Tuesday, January 12

The Baobab Tree in Egypt

The Latin name for Baobab, Adansonia digitata, is in honour of the French botanist, Michel Adanson, who concluded that out of all the trees he had studied, the Baobab, ‘is probably the most useful tree in all’.

Although the tree is not native to Egypt, the fruit was known in the herb and spice markets of Cairo as early as 2500 BC. It was known as ‘bu hobab’, probably derived from the Arabic words ‘bu hibab’, which means ‘fruit with many seeds’.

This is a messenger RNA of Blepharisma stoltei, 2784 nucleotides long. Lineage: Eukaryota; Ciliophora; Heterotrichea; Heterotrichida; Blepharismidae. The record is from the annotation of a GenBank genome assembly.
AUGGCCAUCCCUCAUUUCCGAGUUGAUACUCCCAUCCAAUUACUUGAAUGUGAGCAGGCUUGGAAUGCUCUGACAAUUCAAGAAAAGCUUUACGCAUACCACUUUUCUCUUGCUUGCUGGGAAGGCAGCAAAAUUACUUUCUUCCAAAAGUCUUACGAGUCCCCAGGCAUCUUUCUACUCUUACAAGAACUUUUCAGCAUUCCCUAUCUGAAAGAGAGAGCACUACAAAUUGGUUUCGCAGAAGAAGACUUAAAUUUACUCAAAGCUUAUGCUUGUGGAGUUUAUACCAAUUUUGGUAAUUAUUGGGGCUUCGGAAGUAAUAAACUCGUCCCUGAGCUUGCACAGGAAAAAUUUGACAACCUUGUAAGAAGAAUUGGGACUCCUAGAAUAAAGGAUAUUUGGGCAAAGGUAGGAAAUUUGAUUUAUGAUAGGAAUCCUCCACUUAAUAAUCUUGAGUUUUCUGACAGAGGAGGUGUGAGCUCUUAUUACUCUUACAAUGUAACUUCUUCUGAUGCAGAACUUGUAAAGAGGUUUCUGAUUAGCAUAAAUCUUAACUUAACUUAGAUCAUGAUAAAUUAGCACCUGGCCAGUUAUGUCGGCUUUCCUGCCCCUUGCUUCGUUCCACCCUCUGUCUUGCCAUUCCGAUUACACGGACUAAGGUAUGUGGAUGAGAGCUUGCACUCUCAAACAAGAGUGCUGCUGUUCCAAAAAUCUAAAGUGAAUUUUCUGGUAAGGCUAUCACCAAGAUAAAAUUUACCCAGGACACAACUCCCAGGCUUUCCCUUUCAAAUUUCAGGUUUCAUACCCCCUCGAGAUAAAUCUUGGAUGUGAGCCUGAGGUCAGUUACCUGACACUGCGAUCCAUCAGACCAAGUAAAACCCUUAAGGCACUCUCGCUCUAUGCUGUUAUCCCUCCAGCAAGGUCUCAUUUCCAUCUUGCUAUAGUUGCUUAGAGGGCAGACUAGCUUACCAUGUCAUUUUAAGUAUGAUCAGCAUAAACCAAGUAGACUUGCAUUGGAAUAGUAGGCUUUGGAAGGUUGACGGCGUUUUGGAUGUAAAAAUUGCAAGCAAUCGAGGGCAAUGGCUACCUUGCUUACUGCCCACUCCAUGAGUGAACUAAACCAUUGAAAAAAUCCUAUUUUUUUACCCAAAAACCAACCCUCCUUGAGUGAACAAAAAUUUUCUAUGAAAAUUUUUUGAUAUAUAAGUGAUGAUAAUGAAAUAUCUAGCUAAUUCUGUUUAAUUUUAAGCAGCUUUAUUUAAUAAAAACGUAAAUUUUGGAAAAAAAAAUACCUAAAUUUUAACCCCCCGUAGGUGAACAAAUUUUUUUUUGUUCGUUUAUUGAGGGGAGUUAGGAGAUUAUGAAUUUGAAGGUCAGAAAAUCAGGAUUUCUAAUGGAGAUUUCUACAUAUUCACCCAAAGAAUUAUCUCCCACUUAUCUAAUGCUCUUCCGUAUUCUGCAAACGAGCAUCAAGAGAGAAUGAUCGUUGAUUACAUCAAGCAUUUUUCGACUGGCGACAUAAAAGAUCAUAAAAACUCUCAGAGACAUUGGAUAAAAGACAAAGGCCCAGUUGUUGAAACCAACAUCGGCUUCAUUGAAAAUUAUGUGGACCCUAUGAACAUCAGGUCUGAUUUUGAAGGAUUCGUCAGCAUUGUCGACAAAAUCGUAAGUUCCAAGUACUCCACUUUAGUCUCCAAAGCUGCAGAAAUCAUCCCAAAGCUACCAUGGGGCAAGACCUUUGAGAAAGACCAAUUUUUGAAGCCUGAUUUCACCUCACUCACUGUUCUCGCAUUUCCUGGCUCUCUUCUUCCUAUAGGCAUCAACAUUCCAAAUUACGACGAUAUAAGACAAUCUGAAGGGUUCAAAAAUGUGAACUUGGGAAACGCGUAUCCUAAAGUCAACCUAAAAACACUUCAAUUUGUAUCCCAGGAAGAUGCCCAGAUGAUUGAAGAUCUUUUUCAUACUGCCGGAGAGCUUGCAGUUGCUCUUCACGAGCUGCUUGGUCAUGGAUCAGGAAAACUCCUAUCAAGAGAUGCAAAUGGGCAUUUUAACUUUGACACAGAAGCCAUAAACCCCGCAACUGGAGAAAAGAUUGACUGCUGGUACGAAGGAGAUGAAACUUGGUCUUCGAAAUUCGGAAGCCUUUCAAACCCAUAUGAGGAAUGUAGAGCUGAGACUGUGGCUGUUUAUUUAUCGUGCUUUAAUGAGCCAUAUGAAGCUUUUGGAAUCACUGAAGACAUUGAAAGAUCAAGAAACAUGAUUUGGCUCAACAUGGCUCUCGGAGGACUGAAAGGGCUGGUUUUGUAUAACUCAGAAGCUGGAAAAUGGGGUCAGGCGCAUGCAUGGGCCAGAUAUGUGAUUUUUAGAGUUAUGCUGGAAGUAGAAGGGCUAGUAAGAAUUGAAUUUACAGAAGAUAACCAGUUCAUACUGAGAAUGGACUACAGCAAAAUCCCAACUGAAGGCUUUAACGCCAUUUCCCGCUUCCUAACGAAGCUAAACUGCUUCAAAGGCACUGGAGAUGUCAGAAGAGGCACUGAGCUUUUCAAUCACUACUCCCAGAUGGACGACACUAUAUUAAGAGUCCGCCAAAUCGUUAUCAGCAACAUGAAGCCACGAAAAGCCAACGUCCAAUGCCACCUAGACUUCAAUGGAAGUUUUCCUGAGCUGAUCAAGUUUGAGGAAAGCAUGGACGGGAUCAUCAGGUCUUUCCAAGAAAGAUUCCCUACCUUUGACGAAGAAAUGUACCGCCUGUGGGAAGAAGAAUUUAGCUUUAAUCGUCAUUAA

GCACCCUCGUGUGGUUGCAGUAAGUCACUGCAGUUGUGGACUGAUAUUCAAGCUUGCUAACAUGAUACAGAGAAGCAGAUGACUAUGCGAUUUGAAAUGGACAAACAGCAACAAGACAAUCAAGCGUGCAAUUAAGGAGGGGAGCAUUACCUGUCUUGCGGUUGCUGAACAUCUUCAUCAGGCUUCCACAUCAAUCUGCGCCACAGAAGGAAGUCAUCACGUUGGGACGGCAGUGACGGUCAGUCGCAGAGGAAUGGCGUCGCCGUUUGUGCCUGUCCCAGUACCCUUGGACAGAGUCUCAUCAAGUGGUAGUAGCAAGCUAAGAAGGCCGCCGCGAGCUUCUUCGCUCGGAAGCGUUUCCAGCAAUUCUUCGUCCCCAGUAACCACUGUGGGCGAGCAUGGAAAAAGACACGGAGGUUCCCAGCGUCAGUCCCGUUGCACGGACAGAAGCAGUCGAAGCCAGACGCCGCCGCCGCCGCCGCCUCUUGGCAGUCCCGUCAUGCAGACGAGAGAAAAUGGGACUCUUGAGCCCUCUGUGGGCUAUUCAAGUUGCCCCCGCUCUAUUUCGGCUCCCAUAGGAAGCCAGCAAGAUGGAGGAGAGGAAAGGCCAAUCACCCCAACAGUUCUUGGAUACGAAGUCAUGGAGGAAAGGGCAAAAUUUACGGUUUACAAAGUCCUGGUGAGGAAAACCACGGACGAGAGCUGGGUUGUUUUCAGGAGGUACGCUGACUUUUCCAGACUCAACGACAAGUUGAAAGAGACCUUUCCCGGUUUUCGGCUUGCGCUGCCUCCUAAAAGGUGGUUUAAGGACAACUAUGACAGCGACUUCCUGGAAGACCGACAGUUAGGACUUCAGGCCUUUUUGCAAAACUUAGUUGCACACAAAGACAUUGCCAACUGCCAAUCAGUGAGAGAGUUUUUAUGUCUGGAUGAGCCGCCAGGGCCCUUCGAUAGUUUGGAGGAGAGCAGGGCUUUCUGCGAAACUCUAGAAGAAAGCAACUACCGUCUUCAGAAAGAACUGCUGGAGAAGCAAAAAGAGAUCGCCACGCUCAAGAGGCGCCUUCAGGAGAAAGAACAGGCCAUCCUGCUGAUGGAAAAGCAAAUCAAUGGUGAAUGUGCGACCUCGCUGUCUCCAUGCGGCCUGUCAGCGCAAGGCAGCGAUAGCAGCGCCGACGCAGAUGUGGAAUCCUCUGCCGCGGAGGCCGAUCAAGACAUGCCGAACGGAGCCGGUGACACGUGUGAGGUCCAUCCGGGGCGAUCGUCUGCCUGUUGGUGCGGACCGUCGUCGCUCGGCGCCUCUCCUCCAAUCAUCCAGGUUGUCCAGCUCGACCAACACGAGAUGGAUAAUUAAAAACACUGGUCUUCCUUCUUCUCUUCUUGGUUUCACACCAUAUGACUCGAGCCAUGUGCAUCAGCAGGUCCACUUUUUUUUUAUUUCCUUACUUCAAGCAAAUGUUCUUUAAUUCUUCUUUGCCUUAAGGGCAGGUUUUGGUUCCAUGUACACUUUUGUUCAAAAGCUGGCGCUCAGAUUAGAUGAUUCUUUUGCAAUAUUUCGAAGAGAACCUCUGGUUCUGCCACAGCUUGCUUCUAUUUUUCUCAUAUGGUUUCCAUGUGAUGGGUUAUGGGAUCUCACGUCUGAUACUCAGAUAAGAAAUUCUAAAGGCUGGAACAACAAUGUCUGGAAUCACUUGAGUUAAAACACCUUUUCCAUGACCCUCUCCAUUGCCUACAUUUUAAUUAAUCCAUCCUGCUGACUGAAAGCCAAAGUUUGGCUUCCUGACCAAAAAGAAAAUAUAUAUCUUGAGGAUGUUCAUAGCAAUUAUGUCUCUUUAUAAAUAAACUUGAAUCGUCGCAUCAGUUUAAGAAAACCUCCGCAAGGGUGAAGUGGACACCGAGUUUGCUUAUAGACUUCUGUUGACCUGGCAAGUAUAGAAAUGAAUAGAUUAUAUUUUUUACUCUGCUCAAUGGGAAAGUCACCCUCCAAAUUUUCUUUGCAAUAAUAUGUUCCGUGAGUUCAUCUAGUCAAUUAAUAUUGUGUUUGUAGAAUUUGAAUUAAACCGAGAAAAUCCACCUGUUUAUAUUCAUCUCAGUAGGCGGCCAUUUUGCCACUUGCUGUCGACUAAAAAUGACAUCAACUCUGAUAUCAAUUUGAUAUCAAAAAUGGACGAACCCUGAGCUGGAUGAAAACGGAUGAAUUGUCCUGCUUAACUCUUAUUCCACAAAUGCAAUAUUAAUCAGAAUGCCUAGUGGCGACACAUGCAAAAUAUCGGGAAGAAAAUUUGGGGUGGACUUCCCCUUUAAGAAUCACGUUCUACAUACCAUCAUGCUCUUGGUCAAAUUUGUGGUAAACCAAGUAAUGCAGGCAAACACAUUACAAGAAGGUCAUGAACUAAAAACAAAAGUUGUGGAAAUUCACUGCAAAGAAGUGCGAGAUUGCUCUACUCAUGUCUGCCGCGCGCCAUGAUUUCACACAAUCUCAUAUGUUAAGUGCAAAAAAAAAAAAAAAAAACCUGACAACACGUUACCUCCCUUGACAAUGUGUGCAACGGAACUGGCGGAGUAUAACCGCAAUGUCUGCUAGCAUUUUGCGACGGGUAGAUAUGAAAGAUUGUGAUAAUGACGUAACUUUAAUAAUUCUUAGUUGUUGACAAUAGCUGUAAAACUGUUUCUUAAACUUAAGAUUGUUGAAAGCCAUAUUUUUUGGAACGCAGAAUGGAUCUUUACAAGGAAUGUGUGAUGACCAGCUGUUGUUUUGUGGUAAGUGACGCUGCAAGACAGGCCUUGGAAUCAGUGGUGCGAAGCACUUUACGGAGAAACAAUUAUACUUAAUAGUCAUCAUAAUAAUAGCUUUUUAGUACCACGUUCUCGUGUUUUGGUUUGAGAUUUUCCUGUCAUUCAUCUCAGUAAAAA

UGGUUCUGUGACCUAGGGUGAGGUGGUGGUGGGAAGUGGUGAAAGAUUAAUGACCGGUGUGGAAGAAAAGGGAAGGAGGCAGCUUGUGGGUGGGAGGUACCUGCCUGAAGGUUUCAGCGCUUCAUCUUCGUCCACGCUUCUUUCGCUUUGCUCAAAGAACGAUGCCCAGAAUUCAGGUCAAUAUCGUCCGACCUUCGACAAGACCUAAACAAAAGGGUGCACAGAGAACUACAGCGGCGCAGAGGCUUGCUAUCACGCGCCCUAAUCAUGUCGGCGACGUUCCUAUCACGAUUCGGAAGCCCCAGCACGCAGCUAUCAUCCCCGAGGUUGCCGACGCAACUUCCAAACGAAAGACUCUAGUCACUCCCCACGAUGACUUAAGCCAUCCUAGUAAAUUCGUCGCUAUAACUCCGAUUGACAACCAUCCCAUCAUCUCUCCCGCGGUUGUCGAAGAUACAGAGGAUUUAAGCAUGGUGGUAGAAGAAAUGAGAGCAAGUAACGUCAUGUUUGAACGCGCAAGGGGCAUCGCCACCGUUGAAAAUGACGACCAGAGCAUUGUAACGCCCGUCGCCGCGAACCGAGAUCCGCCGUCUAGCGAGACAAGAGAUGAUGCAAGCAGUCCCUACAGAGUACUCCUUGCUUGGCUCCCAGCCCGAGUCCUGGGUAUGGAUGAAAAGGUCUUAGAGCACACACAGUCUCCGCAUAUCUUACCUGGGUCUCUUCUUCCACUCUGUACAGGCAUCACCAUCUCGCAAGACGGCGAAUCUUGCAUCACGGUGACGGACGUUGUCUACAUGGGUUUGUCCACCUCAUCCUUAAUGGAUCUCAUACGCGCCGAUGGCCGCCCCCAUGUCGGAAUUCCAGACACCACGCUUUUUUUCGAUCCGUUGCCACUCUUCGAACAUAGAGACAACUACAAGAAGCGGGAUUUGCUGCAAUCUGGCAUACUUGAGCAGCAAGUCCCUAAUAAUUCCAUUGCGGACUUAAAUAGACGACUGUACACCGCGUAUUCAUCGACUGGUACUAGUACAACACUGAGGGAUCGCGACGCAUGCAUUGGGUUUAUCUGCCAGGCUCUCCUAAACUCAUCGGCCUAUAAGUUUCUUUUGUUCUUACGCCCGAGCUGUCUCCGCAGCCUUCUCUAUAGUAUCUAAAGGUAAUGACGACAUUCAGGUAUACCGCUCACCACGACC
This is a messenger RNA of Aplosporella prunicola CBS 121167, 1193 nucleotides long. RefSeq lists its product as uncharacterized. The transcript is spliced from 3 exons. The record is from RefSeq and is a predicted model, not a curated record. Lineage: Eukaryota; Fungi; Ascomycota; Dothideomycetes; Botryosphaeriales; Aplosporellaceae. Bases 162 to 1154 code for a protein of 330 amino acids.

The medicinal uses of the Baobab fruit were first officially praised by the Venetian herbalist and physician Prospero Alpini, in 1592, who noted that the ancient Egyptians used it for treating fevers, dysentery and bloody wounds. Known as the "Upside-down tree", the "Bottle tree" for its ability to hold water, or simply as the "Tree of life".

The baobab normally lives for about 500 years, but it is believed some are up to 6,000 years old and carries its own mystical identity and history that is traditionally accorded to age in Africa.

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